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Teen 2.0: Saving our children and families from the torment of adolescence

March 26, 2011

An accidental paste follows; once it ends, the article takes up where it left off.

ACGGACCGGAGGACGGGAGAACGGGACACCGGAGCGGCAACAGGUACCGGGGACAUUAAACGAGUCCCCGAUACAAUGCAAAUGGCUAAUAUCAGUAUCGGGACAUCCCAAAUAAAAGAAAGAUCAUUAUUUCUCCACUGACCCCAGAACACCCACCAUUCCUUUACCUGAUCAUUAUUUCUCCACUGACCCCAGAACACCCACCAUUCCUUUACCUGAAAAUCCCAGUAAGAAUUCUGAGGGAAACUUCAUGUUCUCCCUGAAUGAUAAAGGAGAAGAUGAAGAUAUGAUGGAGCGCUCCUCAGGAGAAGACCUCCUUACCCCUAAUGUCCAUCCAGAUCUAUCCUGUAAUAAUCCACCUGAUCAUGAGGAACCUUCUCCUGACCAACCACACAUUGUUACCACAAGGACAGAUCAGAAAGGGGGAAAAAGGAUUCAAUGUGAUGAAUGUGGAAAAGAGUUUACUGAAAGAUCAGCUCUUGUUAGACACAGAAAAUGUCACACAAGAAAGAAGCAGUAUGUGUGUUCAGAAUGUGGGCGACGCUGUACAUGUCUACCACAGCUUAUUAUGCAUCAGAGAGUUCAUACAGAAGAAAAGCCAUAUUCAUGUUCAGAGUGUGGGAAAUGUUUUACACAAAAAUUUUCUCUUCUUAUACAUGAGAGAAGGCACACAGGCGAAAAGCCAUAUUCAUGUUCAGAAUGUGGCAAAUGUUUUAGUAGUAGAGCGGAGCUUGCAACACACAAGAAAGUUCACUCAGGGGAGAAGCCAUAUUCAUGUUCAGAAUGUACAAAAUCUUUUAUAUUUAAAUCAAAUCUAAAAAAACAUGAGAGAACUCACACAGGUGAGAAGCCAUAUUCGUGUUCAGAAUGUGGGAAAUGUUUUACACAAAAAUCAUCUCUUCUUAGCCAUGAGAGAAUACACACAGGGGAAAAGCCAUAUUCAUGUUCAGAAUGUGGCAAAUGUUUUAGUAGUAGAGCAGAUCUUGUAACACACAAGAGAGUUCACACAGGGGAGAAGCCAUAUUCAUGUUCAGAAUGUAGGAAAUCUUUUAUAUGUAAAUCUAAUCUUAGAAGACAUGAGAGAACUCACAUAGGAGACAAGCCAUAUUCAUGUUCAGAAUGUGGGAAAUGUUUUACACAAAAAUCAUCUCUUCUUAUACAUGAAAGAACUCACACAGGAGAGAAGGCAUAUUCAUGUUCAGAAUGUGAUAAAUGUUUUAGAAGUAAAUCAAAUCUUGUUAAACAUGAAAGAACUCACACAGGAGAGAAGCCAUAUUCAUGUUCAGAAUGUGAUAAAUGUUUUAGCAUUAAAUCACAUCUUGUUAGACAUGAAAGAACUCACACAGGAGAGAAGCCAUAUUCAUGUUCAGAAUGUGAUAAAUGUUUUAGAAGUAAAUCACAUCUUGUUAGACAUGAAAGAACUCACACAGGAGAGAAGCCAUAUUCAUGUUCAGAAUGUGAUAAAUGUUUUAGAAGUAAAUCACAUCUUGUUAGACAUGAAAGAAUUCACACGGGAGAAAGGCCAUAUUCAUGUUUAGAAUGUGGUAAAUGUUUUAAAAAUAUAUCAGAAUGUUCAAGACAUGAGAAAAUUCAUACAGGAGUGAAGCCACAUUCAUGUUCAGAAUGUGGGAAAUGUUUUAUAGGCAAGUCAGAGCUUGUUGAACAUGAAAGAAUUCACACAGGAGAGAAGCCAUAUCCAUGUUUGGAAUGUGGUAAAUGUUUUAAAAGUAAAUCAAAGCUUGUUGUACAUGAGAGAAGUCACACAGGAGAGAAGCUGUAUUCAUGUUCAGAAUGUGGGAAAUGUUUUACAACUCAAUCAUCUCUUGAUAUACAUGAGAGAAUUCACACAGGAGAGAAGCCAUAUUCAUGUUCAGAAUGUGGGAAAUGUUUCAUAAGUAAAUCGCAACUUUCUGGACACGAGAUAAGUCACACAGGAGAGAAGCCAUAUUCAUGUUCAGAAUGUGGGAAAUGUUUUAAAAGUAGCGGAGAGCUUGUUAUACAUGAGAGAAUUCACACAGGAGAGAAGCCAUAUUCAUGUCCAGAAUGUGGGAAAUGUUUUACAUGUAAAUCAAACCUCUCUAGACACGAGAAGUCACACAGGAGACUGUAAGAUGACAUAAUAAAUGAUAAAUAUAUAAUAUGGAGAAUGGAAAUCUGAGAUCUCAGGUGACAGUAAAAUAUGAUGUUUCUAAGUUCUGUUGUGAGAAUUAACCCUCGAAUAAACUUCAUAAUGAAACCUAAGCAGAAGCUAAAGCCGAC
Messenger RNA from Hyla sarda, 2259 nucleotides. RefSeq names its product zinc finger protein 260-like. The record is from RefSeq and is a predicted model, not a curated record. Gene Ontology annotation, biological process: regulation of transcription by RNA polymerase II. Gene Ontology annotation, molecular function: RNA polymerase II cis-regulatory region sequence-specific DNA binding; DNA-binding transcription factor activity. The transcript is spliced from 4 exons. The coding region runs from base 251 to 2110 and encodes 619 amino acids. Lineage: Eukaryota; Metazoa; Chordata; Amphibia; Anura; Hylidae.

The mammoth new book by former editor and chief of Psychology Today Dr. Robert Epstein adds a fascinating new chapter to the ongoing “debate” about the reality of adolescence. The book is based on two main thesis ideas, the first is that adulthood is based on “competencies” even to the point of asking “How adult are you”?. This idea is even measured by the Epstein-Dumas test of adulthood presented with scoring key as Appendix #1. The second thesis is that age is a totally arbitrary measuring of responsibility which results in Epstein arguing for the dissolution of the juvenile justice system, compulsory education, the ability to marry, work and be free of parental control at any age. These arguments are set in the context of an exploration of the history of adolescence as an idea, the development of child labor laws, and countless examples of adolescence who demonstrate amazing competencies even at a young age. The historical elements and research components are well documented but my major critique is that many of the examples are drawn from previous cultural contexts where 18 was almost middle age in terms of life span, and like it or not in an informational economy and digital focused culture there have been established certain tasks of adolescence involving identity, value identification, as well as cognitive development that are never addressed adequately enough to warrant the wide spread rejection of the idea of adolescence as a whole. It is the job of parents and those of us who work with adolescent students to every day (starting at birth) move them through the transitional period of adolecsence toward adulthood or to use Epstein’s term “awaken the inner adult in every teen”. The positive response reflected in the glowing reviews include such diverse names as Newt Gingrich, Deepak Chopra, and Joyce Brothers. This is a book worth reading but not uncritically to understand the current discussion on the future of even the concept of adolescence in this culture.

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